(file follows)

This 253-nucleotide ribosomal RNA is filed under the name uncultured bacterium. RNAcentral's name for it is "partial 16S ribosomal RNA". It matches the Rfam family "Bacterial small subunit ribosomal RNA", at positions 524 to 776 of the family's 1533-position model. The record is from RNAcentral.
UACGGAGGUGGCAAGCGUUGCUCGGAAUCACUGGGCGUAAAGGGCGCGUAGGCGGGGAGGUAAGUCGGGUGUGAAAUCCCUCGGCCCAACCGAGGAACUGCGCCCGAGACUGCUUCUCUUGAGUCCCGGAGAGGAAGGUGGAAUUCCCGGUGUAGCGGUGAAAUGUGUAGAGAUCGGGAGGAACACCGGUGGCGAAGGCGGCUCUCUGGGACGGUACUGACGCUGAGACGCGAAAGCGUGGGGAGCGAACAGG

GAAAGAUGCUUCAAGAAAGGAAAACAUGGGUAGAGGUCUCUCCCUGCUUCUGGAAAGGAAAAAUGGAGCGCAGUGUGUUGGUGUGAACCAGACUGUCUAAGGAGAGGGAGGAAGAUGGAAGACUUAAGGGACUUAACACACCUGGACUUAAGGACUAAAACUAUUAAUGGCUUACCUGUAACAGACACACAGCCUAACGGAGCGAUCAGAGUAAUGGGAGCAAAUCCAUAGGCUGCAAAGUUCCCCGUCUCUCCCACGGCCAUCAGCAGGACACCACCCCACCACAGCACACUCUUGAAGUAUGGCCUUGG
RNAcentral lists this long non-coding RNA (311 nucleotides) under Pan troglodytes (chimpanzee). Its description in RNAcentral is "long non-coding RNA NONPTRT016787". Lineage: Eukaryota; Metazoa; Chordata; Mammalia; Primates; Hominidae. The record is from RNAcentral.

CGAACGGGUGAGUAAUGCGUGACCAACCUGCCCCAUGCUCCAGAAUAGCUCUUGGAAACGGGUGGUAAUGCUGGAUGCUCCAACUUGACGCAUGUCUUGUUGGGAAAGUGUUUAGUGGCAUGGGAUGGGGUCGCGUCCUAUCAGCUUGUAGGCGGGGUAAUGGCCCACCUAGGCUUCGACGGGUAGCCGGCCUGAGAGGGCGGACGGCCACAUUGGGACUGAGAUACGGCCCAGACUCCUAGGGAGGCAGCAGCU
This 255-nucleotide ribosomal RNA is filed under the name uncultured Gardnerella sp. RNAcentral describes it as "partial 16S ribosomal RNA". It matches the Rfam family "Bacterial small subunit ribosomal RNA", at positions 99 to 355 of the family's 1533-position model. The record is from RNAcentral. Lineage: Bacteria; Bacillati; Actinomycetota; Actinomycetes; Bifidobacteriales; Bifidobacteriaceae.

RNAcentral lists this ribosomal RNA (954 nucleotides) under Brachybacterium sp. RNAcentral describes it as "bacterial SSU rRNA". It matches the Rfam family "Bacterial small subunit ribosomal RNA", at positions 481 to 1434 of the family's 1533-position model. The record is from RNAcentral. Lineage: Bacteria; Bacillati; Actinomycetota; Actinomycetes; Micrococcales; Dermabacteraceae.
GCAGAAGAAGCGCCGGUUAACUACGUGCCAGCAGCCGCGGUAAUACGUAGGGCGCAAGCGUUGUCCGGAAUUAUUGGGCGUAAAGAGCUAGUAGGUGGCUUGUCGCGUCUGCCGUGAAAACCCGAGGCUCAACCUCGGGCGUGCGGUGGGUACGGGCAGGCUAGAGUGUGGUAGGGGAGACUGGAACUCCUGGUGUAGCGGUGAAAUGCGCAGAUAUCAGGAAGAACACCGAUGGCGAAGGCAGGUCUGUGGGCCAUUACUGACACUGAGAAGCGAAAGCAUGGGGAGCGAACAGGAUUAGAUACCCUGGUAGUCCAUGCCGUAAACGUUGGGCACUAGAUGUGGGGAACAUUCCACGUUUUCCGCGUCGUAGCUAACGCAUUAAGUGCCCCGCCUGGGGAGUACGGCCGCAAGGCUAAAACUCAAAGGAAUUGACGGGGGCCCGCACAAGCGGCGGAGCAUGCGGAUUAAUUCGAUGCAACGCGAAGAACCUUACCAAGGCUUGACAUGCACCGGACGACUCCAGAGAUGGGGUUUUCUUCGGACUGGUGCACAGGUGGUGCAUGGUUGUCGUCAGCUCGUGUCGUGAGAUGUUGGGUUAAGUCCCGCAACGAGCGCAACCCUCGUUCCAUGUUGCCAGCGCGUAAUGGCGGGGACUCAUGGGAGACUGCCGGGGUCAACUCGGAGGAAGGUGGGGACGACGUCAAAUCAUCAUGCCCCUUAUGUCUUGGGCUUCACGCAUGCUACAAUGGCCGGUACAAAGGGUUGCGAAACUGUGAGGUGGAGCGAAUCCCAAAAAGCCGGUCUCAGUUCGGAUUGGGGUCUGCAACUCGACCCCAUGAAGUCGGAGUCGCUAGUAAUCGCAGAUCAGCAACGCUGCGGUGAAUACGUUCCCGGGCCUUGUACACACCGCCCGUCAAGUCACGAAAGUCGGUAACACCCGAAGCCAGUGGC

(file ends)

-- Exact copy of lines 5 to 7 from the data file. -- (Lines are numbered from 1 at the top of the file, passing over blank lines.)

CGAACGGGUGAGUAAUGCGUGACCAACCUGCCCCAUGCUCCAGAAUAGCUCUUGGAAACGGGUGGUAAUGCUGGAUGCUCCAACUUGACGCAUGUCUUGUUGGGAAAGUGUUUAGUGGCAUGGGAUGGGGUCGCGUCCUAUCAGCUUGUAGGCGGGGUAAUGGCCCACCUAGGCUUCGACGGGUAGCCGGCCUGAGAGGGCGGACGGCCACAUUGGGACUGAGAUACGGCCCAGACUCCUAGGGAGGCAGCAGCU
This 255-nucleotide ribosomal RNA is filed under the name uncultured Gardnerella sp. RNAcentral describes it as "partial 16S ribosomal RNA". It matches the Rfam family "Bacterial small subunit ribosomal RNA", at positions 99 to 355 of the family's 1533-position model. The record is from RNAcentral. Lineage: Bacteria; Bacillati; Actinomycetota; Actinomycetes; Bifidobacteriales; Bifidobacteriaceae.

RNAcentral lists this ribosomal RNA (954 nucleotides) under Brachybacterium sp. RNAcentral describes it as "bacterial SSU rRNA". It matches the Rfam family "Bacterial small subunit ribosomal RNA", at positions 481 to 1434 of the family's 1533-position model. The record is from RNAcentral. Lineage: Bacteria; Bacillati; Actinomycetota; Actinomycetes; Micrococcales; Dermabacteraceae.